A Collaborative Partnership: Whole Planet and Kasperick Foundations Visit Friendship Bridge in Guatemala
Whole Planet Foundation is a Whole Foods Market non-profit dedicated to alleviating global poverty through microcredit. Just before the end-of-year holidays and the rapid spread of the Omicron variant in December 2021, Whole Planet Foundation visited Friendship Bridge in Guatemala to celebrate the launch of our second project. The Kasperick Foundation, which provided $300,000 as loan capital for the project, joined the field visit to see the impact of their generous funding. In-person visits like these deepen our relationships with our partners, fostering greater collaboration and allyship. Moreover, the opportunity to observe operations firsthand keeps Whole Planet Foundation knowledgeable of the intricacies of partners' challenges and how they remain agile. This blog will share what we learned about the microfinance sector in Guatemala as well as the personal stories of clients we met.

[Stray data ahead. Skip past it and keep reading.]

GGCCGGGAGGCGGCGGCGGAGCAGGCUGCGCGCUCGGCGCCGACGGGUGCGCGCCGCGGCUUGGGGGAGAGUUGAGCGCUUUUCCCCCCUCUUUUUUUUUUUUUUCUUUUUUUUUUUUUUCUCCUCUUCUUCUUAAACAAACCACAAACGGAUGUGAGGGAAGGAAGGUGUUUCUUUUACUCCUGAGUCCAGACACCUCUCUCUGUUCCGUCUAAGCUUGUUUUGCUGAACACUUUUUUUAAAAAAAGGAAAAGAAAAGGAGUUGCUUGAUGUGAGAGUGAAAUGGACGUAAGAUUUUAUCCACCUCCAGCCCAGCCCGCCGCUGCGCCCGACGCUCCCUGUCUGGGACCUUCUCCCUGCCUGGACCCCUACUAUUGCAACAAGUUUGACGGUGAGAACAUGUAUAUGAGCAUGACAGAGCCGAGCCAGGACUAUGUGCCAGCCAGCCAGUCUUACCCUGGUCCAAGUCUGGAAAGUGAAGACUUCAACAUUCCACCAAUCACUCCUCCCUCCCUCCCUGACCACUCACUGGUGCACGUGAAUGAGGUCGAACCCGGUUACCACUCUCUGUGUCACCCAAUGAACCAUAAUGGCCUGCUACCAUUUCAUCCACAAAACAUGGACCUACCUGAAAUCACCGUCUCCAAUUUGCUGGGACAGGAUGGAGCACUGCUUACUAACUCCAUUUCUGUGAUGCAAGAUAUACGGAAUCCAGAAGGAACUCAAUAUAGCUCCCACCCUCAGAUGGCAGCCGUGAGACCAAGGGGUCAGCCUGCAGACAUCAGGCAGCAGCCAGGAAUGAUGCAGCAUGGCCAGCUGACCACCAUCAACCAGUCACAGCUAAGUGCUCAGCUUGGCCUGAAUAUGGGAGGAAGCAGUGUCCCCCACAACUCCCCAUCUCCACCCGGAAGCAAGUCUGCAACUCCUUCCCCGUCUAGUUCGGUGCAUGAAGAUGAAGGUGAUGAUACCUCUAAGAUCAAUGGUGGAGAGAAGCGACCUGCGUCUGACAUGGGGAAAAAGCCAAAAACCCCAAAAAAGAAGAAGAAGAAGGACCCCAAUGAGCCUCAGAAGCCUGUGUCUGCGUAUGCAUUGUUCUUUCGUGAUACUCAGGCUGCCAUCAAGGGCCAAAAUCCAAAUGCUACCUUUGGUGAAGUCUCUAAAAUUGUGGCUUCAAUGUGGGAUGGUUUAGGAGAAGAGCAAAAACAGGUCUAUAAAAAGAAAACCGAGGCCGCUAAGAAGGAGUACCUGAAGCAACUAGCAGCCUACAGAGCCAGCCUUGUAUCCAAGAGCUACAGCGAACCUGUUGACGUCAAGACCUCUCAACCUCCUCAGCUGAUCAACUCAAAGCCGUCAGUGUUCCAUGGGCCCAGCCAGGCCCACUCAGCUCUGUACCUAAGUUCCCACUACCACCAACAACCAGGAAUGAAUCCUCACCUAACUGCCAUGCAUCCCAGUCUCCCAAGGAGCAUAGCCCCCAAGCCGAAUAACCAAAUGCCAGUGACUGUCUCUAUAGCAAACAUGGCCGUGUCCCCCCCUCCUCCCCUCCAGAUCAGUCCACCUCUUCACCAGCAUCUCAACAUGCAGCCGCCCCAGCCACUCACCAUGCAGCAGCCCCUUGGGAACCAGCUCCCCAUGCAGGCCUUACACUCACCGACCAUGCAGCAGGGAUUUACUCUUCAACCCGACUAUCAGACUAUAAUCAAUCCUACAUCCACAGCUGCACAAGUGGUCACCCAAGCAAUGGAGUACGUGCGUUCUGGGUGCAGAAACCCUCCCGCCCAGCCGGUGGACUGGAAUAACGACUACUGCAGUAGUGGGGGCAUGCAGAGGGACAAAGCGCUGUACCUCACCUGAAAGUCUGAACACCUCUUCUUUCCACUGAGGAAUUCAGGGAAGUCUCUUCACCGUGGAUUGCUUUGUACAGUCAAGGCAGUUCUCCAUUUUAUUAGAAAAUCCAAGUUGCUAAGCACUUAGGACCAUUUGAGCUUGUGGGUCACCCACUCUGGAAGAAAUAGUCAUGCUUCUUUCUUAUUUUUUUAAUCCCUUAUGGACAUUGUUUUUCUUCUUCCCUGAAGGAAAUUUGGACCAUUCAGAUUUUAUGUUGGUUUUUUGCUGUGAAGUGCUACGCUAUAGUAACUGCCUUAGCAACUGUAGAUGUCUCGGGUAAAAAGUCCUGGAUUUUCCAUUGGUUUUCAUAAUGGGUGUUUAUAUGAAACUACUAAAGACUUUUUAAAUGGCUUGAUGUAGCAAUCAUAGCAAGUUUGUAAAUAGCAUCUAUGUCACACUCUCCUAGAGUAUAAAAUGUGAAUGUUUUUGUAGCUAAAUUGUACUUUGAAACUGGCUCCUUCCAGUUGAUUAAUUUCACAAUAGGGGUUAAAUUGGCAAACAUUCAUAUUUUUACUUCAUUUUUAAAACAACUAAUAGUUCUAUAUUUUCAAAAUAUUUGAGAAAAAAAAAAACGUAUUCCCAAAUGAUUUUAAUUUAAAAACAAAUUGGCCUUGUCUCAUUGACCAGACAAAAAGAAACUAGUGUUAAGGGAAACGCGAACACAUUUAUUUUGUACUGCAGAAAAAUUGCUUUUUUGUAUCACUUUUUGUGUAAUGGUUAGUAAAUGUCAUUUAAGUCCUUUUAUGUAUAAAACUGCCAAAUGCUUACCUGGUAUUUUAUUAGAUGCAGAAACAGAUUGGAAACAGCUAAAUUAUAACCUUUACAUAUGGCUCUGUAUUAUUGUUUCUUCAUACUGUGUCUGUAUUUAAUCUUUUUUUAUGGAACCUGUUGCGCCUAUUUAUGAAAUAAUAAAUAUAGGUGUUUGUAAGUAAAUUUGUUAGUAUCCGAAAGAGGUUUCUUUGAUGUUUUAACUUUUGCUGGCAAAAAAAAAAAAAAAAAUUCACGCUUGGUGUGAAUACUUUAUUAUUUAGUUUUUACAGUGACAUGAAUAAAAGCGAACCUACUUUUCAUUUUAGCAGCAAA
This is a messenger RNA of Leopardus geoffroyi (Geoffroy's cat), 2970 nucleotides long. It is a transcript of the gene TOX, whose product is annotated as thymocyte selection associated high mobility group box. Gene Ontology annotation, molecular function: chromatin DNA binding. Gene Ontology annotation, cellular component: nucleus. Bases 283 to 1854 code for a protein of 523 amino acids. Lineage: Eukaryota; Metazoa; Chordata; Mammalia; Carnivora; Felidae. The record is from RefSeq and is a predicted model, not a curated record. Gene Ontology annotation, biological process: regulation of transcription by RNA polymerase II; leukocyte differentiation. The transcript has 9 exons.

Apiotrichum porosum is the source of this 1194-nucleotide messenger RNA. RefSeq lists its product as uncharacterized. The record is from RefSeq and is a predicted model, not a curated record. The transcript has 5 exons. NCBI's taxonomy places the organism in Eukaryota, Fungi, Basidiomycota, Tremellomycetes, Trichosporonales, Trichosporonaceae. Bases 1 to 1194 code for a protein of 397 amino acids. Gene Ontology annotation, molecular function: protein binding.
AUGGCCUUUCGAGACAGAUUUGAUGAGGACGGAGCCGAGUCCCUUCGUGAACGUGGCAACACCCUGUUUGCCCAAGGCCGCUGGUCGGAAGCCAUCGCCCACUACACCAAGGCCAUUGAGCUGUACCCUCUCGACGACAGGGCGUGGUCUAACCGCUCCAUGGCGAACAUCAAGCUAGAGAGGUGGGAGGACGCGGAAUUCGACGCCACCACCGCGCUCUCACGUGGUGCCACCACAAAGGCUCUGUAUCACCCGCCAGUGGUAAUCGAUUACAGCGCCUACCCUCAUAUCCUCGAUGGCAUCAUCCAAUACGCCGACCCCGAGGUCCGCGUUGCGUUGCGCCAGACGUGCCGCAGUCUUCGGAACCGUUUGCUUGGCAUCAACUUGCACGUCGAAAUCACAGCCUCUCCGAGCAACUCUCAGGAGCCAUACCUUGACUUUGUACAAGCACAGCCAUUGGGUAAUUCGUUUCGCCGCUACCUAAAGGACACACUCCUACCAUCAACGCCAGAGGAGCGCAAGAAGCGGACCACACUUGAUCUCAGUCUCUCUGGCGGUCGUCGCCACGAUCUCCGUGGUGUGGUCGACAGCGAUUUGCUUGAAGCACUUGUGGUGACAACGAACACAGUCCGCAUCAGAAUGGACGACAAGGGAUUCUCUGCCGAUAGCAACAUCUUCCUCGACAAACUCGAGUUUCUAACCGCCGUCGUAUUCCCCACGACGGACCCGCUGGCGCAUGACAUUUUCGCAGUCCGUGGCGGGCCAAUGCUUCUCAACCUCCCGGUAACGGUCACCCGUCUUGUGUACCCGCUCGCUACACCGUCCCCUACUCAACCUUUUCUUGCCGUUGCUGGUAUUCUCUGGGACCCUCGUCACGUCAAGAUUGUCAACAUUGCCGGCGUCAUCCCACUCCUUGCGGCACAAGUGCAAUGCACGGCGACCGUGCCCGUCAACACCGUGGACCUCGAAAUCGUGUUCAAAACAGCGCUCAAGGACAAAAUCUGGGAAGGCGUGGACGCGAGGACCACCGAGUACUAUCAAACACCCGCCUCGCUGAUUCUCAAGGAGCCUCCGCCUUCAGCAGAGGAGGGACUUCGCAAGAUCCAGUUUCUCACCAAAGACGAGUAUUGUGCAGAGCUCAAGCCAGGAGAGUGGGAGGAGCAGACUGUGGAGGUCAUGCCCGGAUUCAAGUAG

Microfinance in Guatemala
For decades, Guatemala has been home to a sophisticated and innovative microfinance sector that has provided millions of dollars of fast credit to those excluded from traditional banks. Nonetheless, these microfinance institutions (MFIs) have faced many challenges in the last two years.
Extreme weather conditions like the December 2020 hurricanes, Eta and Iota, caused mass destruction in Guatemala and affected more than five million people in Central America. Such devastations push clients into danger and poverty and jeopardize their livelihoods. For the MFIs that serve them, disasters lead to increased risk in MFIs portfolio; force the MFI to scramble to offer emergency loan products and non-core services; make communications and visits harder; and lead to low client retention rates.
A lack of adequate infrastructure also imposes limitations on MFIs in Guatemala. With only 45% of roads paved in the country, operational expenses tend to be high and logistics difficult.